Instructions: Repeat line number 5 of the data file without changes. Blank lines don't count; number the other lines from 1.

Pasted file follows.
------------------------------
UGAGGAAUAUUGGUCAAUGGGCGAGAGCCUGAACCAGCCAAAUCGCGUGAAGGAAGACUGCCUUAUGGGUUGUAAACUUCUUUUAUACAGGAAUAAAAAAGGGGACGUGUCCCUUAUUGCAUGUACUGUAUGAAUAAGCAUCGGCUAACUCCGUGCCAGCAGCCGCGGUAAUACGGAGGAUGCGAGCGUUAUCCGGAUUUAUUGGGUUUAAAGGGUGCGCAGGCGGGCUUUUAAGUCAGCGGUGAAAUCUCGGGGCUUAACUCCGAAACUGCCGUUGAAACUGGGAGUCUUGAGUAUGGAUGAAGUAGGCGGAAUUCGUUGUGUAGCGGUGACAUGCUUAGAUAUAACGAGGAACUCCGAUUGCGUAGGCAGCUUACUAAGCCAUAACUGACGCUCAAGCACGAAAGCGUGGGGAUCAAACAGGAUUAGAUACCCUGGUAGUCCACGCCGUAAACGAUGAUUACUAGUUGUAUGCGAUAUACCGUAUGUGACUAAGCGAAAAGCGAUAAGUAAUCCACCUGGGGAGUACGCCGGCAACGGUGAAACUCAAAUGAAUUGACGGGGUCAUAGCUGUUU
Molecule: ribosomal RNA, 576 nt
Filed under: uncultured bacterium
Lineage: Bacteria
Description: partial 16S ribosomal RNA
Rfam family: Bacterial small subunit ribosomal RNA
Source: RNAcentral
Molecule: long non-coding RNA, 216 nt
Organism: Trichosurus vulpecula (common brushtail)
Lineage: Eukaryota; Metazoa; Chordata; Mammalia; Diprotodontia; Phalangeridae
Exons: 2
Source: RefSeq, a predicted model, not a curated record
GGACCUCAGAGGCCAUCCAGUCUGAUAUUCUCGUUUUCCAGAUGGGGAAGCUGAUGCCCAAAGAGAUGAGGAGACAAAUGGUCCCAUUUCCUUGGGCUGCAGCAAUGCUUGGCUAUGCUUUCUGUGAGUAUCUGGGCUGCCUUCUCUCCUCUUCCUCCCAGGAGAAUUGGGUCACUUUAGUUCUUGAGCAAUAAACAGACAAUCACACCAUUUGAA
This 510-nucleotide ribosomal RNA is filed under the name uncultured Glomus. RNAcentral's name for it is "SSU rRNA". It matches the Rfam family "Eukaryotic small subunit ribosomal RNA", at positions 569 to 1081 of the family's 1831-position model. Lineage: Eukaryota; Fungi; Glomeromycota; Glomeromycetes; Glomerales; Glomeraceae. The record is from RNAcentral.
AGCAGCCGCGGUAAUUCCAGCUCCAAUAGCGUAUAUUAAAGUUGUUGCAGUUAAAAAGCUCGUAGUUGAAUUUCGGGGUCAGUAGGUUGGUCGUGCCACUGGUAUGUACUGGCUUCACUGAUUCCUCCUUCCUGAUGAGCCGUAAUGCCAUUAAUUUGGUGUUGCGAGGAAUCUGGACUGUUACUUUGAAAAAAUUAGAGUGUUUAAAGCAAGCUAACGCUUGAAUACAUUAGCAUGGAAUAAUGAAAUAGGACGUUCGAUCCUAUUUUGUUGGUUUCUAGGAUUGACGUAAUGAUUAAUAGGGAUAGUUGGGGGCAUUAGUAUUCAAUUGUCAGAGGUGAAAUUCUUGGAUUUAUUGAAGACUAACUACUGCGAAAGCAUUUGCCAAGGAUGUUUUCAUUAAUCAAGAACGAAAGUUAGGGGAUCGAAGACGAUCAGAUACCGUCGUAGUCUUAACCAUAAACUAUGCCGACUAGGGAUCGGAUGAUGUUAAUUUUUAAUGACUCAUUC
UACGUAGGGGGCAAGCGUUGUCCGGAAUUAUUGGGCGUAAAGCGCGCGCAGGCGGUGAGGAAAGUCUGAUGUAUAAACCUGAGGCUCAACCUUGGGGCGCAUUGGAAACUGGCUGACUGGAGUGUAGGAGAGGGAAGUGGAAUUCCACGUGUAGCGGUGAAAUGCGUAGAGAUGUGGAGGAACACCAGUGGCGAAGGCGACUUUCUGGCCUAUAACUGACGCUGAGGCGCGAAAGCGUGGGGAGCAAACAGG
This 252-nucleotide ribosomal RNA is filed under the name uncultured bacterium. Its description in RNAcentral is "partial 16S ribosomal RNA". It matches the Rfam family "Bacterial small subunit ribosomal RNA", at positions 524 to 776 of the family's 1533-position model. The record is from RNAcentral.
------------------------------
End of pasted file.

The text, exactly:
Description: partial 16S ribosomal RNA